When we speak of holistic medicine, we often talk of the interconnectivity of the body with the mind, emotions and spirit. This is a sort of generic definition that risks watering down the power of a truly integrative medicine. Though Chinese medicine is often thought of as holistic, in many cases it is often plugged into a more western, linear model of treatment. For instance, I am often asked, “what is the point you use for a headache.” The answer is that it depends on the nature and location of the headache and the season. Perhaps more importantly the answer is determined by the person’s elemental constitution and the initial wound that caused them to lose faith in the goodness inherent in life. Acupuncture is too often seen as a sort of light switch that is used to turn on one specific light. It is an extreme oversimplification of a very elaborate medicine. Each point has its own particular wisdom. For instance, there is a point on the Gall Bladder meridian located on the lateral side of the ankle, known as “wilderness mound.” In the standardized form of Chinese medicine, known as Traditional Chinese Medicine (TCM), it can be used to treat ankle problems, headaches, acid reflux and chest pain. In the holistic five element system of Chinese medicine, the wilderness mound is where a person climbs to gain perspective when they are “lost in the woods.” So we use this point to help with finding direction when they are feeling lost. When someone is stressed because they can’t find their way, they may experience this stress physically as a headache. It is the same point, but used in a different manner, with a different intention. When used in this way, acupuncture can catalyze profound change in a person’s life. Not only does it treat pain, it helps a person continue forward towards their soul’s highest, truest expression. Years ago, when I first began practicing, I would treat a pattern with the typical tools of traditional Chinese medicine: acupuncture, herbs, massage, diet and some lifestyle recommendations. People would typically get better, but the condition would often return. Without properly addressing the emotional and spiritual aspects of a person; without working at the deepest levels of transformation, a person’s healing would often be temporary. We would flip the light switch and they would feel better for a while, only to have their pattern resurface. I have found the five element system of acupuncture to be much more effective at helping people discover how and why they continue to self sabotage, and repeat the same old stories and habits that create their disease patterns. When we work closer to the source of a pattern, at the level of a person’s constitution and their initial wound, we help a person discover their own path to healing. We uncover what is truly responsible for their suffering, and illuminate the best possible ways to move forward.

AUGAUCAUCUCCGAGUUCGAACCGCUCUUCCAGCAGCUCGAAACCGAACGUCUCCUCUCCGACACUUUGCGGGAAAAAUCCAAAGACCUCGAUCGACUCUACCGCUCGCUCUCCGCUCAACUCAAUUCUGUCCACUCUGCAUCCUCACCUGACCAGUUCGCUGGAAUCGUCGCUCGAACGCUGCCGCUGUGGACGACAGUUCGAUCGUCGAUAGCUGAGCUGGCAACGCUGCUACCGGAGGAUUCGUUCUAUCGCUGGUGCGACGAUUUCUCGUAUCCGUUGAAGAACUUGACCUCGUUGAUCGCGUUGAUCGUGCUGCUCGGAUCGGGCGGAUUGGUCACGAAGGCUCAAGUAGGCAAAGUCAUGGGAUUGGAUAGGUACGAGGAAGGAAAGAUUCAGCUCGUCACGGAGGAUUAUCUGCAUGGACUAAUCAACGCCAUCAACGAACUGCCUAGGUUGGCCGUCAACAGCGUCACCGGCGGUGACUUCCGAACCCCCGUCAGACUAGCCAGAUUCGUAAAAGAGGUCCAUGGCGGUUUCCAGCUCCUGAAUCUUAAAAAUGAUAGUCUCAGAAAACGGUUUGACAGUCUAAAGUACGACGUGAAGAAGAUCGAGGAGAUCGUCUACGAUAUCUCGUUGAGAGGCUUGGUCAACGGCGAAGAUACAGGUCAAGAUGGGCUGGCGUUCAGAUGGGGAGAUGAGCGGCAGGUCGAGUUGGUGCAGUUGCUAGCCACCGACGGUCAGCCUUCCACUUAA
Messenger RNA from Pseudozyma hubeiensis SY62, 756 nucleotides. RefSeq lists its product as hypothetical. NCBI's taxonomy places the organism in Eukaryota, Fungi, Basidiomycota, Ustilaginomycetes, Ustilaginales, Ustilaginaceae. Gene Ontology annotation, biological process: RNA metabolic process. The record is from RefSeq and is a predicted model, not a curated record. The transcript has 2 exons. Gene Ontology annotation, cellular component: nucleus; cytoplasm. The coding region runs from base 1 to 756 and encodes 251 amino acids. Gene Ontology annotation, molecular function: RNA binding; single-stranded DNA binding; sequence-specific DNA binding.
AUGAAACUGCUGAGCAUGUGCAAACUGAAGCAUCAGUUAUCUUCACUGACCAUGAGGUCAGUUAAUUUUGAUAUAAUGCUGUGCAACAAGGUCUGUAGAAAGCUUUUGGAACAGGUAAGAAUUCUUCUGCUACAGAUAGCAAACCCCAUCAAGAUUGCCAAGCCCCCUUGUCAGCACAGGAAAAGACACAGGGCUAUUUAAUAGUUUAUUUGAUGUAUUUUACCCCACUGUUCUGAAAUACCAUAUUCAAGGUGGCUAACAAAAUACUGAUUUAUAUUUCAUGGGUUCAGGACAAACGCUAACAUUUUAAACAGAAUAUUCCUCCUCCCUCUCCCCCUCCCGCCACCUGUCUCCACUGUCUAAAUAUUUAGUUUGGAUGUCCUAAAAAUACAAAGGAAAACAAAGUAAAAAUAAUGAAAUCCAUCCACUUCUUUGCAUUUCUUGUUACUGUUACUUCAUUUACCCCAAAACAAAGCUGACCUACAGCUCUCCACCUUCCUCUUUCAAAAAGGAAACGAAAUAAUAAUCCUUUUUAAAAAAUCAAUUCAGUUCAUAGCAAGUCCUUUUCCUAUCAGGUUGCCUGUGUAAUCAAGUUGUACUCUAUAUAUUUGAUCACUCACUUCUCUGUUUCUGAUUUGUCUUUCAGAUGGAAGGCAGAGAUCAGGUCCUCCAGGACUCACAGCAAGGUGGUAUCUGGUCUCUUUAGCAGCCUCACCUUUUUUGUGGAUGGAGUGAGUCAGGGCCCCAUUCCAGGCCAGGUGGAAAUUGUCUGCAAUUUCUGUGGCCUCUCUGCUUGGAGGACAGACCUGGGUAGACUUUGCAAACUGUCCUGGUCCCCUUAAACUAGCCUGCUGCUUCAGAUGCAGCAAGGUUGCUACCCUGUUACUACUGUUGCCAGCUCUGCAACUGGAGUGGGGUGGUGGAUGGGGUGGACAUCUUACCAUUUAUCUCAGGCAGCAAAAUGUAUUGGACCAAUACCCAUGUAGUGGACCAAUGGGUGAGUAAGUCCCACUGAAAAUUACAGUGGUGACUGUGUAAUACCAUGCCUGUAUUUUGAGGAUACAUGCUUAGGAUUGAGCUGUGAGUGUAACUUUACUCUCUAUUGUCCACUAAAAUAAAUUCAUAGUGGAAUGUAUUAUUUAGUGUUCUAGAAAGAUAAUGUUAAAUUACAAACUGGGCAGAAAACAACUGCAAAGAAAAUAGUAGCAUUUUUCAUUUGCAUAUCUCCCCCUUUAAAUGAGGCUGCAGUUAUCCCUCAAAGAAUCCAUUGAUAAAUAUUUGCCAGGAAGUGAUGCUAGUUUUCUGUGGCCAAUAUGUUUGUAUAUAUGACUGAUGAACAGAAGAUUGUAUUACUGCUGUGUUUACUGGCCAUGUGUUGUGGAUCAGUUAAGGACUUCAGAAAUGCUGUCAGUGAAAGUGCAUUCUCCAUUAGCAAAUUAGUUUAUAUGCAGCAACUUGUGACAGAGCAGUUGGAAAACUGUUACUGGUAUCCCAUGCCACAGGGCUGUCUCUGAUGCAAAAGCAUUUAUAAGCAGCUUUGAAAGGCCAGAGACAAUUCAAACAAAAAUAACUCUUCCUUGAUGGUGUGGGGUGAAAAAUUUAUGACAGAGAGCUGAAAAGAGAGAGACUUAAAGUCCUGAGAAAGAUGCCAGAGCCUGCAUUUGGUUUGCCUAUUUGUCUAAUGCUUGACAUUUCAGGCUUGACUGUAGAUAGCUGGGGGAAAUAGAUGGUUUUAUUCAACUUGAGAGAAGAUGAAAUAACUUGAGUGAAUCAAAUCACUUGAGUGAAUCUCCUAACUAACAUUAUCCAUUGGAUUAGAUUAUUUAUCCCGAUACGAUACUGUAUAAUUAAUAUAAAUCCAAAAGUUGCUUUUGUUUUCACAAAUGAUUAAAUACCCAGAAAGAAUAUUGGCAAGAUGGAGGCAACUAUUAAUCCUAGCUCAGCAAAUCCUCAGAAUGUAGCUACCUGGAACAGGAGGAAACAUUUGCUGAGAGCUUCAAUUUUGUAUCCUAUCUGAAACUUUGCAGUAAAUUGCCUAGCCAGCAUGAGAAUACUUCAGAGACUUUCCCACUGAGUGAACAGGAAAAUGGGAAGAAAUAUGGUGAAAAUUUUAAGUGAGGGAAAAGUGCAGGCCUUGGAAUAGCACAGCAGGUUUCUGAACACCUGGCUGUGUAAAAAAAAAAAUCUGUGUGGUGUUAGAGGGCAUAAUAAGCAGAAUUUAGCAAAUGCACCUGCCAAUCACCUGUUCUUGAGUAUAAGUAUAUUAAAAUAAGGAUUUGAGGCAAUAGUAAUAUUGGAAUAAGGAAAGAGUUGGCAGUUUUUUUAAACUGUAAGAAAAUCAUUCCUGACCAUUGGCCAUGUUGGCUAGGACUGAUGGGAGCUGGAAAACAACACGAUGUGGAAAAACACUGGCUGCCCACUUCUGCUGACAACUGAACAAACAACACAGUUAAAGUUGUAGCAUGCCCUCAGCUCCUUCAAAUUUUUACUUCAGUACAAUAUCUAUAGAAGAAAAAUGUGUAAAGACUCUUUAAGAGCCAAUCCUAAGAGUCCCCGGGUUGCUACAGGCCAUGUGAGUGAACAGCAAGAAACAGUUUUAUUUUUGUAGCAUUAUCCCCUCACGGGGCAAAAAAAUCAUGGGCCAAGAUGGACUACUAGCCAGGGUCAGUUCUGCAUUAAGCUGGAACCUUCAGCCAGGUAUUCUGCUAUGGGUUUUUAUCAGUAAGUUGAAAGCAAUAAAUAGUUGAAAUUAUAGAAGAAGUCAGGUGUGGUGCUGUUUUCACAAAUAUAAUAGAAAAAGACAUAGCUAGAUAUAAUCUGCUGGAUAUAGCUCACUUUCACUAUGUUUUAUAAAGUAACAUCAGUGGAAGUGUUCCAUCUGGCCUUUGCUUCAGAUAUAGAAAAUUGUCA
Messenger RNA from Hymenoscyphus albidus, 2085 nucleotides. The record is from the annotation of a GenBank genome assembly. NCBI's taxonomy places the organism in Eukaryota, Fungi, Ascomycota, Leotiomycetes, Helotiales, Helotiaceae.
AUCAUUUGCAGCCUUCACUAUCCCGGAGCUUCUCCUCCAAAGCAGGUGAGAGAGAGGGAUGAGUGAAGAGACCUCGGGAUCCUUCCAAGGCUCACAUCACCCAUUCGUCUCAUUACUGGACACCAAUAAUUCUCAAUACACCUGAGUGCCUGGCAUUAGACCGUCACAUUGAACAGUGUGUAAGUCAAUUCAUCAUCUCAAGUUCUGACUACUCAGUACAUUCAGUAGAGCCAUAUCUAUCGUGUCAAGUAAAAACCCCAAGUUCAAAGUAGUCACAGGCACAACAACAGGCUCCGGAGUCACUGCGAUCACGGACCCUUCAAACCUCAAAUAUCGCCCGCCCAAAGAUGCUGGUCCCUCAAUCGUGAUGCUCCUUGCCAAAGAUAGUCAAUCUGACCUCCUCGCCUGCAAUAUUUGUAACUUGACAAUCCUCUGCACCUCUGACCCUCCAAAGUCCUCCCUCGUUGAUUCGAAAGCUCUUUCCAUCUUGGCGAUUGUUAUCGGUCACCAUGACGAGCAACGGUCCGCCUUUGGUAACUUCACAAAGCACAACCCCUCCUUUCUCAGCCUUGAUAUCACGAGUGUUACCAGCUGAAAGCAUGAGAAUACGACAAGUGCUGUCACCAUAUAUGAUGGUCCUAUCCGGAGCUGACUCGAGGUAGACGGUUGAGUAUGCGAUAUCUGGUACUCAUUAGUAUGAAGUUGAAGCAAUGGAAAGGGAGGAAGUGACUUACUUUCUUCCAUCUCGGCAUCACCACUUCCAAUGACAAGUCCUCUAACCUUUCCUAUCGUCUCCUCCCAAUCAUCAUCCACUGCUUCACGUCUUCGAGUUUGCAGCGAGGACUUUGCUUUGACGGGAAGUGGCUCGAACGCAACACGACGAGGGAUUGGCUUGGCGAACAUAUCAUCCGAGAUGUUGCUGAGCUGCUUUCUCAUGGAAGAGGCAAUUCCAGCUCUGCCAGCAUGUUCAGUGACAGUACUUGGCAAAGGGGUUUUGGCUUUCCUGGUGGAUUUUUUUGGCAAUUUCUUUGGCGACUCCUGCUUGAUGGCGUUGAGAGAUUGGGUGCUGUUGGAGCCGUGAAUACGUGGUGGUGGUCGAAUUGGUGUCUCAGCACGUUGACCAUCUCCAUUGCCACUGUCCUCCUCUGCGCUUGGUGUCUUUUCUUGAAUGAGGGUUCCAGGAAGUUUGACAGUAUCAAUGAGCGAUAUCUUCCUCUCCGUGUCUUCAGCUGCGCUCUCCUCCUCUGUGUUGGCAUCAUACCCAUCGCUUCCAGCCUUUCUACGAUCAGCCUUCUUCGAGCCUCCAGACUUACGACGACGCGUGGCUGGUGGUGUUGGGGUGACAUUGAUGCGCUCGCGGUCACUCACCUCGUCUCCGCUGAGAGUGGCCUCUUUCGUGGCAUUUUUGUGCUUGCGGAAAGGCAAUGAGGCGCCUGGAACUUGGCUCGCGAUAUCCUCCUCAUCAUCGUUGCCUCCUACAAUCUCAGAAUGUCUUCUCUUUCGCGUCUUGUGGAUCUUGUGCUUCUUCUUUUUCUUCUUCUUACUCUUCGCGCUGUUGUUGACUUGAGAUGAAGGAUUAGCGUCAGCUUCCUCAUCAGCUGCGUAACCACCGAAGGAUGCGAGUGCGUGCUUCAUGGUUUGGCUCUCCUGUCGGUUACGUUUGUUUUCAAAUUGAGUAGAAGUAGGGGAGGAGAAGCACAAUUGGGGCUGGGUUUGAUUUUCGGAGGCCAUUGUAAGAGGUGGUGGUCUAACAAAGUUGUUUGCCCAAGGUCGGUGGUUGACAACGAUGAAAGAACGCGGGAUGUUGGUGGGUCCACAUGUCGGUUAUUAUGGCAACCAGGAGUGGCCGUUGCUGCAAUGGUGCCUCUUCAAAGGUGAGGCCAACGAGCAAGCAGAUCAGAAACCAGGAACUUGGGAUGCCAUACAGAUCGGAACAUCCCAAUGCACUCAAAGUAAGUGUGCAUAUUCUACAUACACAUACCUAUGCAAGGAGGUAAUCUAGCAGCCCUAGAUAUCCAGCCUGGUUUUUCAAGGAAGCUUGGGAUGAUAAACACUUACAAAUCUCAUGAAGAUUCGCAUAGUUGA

Clark Zimmerman practices 5 element acupuncture at Middleway Medicine in Talent, Oregon.